uncertainty, hence is acceptable to most actors. Policy networks embrace
stability rather than change. Taken literally, this rather static portrayal
underplays the prospects for policy change
Solutions are satisficing that is, the first solution that broadly obtains
agreement
Rationality is bounded

Rational choice institutionalism

RC institutionalism attempts to marry methodological


individualism and institutional design (Ostrom)
Rational choice focuses on methodological individualism,
rather than collective, or middle level aggregates.
For RC, to understand institutions we need first and foremost
to understand individual interactions, specifically the games
people play.
Rational Choice institutionalism: a market doctrine? Political
economists refuse to recognise the State, assume individual is
an egotistical, self-interested actor
Rational choice institutionalism involves more rational choice
than institutionalism
The research focus: how to design institutions in an
instrumental way, so that they can be designed to limit the
consequences of utility maximising individual behaviour
Lies behind creation of NPM and agency mode of
governance?

Where has the State gone?

These three institutionalisms either ignore or minimise the


state: HI = sectoral; RI = individual; NI = organisational
Empirical Reality since the 1980s, state in retreat as a result of:

Theoretical Approaches:

Convergence to one neo-liberal model (state disappears)

Divergence (state still exists)

Frameworks for Analysis:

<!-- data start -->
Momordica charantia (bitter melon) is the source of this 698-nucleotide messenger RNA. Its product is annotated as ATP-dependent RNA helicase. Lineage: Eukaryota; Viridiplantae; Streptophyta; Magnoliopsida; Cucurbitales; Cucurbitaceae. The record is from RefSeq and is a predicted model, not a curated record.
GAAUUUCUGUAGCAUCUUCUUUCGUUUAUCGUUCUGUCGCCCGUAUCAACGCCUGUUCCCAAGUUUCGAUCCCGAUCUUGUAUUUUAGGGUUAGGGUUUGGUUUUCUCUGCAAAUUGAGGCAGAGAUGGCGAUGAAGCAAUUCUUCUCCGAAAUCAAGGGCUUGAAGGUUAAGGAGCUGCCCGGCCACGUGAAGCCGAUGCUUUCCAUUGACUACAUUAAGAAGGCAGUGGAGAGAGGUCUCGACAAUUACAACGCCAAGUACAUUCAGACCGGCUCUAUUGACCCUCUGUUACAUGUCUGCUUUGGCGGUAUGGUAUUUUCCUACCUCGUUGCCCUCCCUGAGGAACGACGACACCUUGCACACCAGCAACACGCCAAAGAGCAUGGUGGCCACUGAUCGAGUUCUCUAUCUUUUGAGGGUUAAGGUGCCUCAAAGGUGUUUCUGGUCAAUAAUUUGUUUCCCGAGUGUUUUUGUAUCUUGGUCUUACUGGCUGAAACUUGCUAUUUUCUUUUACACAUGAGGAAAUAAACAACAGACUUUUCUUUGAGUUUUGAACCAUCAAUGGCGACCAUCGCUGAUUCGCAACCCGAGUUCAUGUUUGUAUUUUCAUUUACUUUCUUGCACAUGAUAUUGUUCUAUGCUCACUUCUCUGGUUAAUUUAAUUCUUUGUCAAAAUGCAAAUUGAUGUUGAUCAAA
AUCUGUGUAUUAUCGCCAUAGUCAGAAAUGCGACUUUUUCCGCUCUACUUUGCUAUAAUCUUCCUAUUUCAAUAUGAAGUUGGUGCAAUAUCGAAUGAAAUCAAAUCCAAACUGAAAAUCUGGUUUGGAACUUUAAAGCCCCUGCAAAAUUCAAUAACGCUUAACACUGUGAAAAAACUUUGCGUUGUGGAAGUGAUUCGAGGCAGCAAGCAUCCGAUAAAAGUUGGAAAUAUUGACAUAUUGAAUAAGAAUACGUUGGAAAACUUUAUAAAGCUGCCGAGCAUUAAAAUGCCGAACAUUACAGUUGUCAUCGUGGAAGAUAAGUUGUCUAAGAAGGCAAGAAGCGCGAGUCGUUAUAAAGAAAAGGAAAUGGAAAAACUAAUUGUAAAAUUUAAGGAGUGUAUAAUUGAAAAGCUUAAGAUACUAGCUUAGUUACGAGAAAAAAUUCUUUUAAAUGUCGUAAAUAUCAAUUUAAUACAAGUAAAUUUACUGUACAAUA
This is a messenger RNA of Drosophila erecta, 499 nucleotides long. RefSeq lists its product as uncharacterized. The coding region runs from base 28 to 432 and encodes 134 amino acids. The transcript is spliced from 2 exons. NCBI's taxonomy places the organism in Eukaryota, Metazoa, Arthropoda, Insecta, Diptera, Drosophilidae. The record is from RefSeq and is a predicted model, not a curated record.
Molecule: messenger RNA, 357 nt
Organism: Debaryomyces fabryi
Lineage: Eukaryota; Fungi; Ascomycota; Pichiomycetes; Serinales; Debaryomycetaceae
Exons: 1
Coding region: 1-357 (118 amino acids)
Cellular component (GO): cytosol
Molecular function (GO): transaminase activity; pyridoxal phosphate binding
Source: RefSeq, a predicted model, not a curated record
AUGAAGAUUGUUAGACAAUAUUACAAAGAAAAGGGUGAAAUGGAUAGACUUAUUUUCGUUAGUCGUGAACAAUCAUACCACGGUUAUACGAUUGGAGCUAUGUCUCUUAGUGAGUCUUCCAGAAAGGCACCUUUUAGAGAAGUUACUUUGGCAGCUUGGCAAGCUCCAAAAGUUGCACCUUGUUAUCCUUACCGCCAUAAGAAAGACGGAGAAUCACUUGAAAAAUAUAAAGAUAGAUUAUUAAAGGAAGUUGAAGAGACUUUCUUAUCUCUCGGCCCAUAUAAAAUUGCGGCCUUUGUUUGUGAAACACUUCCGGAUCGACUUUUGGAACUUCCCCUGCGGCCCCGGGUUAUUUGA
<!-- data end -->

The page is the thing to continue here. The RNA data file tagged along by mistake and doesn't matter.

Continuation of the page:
forces of globalization: economics, institutions, ideas


state policies: liberalization, deregulation, privatization

1980s state comes back in only to fade out again with two new
institutionalisms:
Rational Choice (RI)
Historical (HI)

The latest Theoretical Approach: Varieties of Capitalism

Divergence down to firm-centered varieties (state marginalized)

Liberal Market Economies (LMEs); Coordinated Market Economies (CMEs)

Combines HI and RI

A Third Variety of Capitalism

Different countries: France, Italy, Spain, S. Korea, Taiwan..


Differing role of state

LME, liberal; CME, enabling; SME, influencing

Differing logic of coordination

LME adjustment driven by financial markets, led by firms acting


unilaterally
CME adjustment led by firms and jointly negotiated by business,
labour and the State
SME adjustment led by business where it exercises autonomy; but
state driven where state sees need to reshape economic environment.

Discursive institutionalism: a new


approach?

Associated with Vivien Schmidt, Claudio


Radaelli
How do States legitimise change? Role of
legitimising discourses and how discourses are
embedded in institutions/states
Forms of acclimatised governance...
Forms of enduring hierarchy above the role of
meso-level institutions (which ties in common
HI, RI and NI)

Confusion?

Hall and Taylor (1996) identify three new institutionalisms that they label
as historical, sociological and rational choice institutionalism.
Guy Peters (1999) goes further and identifies six varieties of new
institutionalism.
To add to the confusion, the labels change from author to author: what
March and Olsen or Hall and Taylor label as sociological institutionalism,
for example, is more accurately branded as normative institutionalism by
Guy Peters.
But new institutionalism has the great merit of focussing attention upon
rules, organs of state, middle level or aggregate analysis, as well as the
actors/elites that inhabit the organisations of government.
It rehabilitates the importance of meaning also central to political
leadership